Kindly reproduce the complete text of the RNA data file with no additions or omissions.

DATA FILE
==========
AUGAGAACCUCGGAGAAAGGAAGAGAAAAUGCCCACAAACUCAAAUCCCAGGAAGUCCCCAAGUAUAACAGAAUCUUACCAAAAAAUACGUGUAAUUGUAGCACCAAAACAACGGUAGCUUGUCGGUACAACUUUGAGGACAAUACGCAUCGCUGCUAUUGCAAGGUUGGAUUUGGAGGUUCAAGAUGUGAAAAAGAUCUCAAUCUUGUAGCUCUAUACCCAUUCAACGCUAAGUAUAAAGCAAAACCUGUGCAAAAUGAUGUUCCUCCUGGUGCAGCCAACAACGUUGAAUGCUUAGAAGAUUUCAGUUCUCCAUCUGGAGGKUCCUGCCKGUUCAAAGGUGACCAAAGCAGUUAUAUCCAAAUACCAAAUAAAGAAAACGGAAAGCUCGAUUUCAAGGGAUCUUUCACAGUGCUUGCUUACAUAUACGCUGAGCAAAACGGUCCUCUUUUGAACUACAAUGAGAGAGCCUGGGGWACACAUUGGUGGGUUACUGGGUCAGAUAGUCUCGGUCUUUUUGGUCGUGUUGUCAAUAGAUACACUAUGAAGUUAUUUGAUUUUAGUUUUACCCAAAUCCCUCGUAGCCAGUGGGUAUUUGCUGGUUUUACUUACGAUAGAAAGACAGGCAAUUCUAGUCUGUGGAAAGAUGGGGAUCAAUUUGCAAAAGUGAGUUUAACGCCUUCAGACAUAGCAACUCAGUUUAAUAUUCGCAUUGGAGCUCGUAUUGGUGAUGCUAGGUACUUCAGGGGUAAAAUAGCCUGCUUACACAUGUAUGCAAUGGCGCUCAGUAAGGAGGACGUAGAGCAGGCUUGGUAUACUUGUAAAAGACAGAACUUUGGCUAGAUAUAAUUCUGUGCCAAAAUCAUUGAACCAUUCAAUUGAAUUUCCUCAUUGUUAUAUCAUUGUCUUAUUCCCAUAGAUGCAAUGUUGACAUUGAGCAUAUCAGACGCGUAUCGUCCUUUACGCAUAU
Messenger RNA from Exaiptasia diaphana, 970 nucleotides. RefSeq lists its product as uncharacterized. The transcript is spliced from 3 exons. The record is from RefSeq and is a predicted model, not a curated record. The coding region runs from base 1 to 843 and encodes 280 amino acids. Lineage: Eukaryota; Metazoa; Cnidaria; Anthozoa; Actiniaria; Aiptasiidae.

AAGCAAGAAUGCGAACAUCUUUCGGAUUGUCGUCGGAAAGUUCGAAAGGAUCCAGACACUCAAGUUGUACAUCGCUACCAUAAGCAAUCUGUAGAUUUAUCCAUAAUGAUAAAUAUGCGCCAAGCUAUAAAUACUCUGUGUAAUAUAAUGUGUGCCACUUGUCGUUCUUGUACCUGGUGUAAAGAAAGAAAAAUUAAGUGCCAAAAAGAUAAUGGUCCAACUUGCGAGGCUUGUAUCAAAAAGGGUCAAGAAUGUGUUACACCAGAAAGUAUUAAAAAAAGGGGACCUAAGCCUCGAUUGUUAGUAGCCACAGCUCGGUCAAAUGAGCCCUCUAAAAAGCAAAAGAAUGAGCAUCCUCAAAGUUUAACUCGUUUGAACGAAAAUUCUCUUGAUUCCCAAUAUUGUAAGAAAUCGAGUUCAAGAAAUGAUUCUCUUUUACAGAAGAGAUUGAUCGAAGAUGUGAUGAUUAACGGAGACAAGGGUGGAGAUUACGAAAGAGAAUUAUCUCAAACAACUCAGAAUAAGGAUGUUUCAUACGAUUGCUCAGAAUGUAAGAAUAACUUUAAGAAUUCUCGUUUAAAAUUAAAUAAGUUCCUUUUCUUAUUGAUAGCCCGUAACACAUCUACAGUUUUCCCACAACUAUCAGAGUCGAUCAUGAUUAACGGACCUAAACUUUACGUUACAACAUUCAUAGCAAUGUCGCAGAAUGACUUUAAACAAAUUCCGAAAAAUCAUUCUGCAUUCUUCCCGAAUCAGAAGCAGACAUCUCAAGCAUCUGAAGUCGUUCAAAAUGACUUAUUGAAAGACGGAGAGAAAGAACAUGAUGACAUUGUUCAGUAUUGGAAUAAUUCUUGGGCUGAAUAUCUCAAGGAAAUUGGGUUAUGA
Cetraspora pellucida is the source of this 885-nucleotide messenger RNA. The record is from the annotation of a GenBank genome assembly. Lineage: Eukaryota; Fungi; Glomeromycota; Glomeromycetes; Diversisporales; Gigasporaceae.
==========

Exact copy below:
AUGAGAACCUCGGAGAAAGGAAGAGAAAAUGCCCACAAACUCAAAUCCCAGGAAGUCCCCAAGUAUAACAGAAUCUUACCAAAAAAUACGUGUAAUUGUAGCACCAAAACAACGGUAGCUUGUCGGUACAACUUUGAGGACAAUACGCAUCGCUGCUAUUGCAAGGUUGGAUUUGGAGGUUCAAGAUGUGAAAAAGAUCUCAAUCUUGUAGCUCUAUACCCAUUCAACGCUAAGUAUAAAGCAAAACCUGUGCAAAAUGAUGUUCCUCCUGGUGCAGCCAACAACGUUGAAUGCUUAGAAGAUUUCAGUUCUCCAUCUGGAGGKUCCUGCCKGUUCAAAGGUGACCAAAGCAGUUAUAUCCAAAUACCAAAUAAAGAAAACGGAAAGCUCGAUUUCAAGGGAUCUUUCACAGUGCUUGCUUACAUAUACGCUGAGCAAAACGGUCCUCUUUUGAACUACAAUGAGAGAGCCUGGGGWACACAUUGGUGGGUUACUGGGUCAGAUAGUCUCGGUCUUUUUGGUCGUGUUGUCAAUAGAUACACUAUGAAGUUAUUUGAUUUUAGUUUUACCCAAAUCCCUCGUAGCCAGUGGGUAUUUGCUGGUUUUACUUACGAUAGAAAGACAGGCAAUUCUAGUCUGUGGAAAGAUGGGGAUCAAUUUGCAAAAGUGAGUUUAACGCCUUCAGACAUAGCAACUCAGUUUAAUAUUCGCAUUGGAGCUCGUAUUGGUGAUGCUAGGUACUUCAGGGGUAAAAUAGCCUGCUUACACAUGUAUGCAAUGGCGCUCAGUAAGGAGGACGUAGAGCAGGCUUGGUAUACUUGUAAAAGACAGAACUUUGGCUAGAUAUAAUUCUGUGCCAAAAUCAUUGAACCAUUCAAUUGAAUUUCCUCAUUGUUAUAUCAUUGUCUUAUUCCCAUAGAUGCAAUGUUGACAUUGAGCAUAUCAGACGCGUAUCGUCCUUUACGCAUAU
Messenger RNA from Exaiptasia diaphana, 970 nucleotides. RefSeq lists its product as uncharacterized. The transcript is spliced from 3 exons. The record is from RefSeq and is a predicted model, not a curated record. The coding region runs from base 1 to 843 and encodes 280 amino acids. Lineage: Eukaryota; Metazoa; Cnidaria; Anthozoa; Actiniaria; Aiptasiidae.

AAGCAAGAAUGCGAACAUCUUUCGGAUUGUCGUCGGAAAGUUCGAAAGGAUCCAGACACUCAAGUUGUACAUCGCUACCAUAAGCAAUCUGUAGAUUUAUCCAUAAUGAUAAAUAUGCGCCAAGCUAUAAAUACUCUGUGUAAUAUAAUGUGUGCCACUUGUCGUUCUUGUACCUGGUGUAAAGAAAGAAAAAUUAAGUGCCAAAAAGAUAAUGGUCCAACUUGCGAGGCUUGUAUCAAAAAGGGUCAAGAAUGUGUUACACCAGAAAGUAUUAAAAAAAGGGGACCUAAGCCUCGAUUGUUAGUAGCCACAGCUCGGUCAAAUGAGCCCUCUAAAAAGCAAAAGAAUGAGCAUCCUCAAAGUUUAACUCGUUUGAACGAAAAUUCUCUUGAUUCCCAAUAUUGUAAGAAAUCGAGUUCAAGAAAUGAUUCUCUUUUACAGAAGAGAUUGAUCGAAGAUGUGAUGAUUAACGGAGACAAGGGUGGAGAUUACGAAAGAGAAUUAUCUCAAACAACUCAGAAUAAGGAUGUUUCAUACGAUUGCUCAGAAUGUAAGAAUAACUUUAAGAAUUCUCGUUUAAAAUUAAAUAAGUUCCUUUUCUUAUUGAUAGCCCGUAACACAUCUACAGUUUUCCCACAACUAUCAGAGUCGAUCAUGAUUAACGGACCUAAACUUUACGUUACAACAUUCAUAGCAAUGUCGCAGAAUGACUUUAAACAAAUUCCGAAAAAUCAUUCUGCAUUCUUCCCGAAUCAGAAGCAGACAUCUCAAGCAUCUGAAGUCGUUCAAAAUGACUUAUUGAAAGACGGAGAGAAAGAACAUGAUGACAUUGUUCAGUAUUGGAAUAAUUCUUGGGCUGAAUAUCUCAAGGAAAUUGGGUUAUGA
Cetraspora pellucida is the source of this 885-nucleotide messenger RNA. The record is from the annotation of a GenBank genome assembly. Lineage: Eukaryota; Fungi; Glomeromycota; Glomeromycetes; Diversisporales; Gigasporaceae.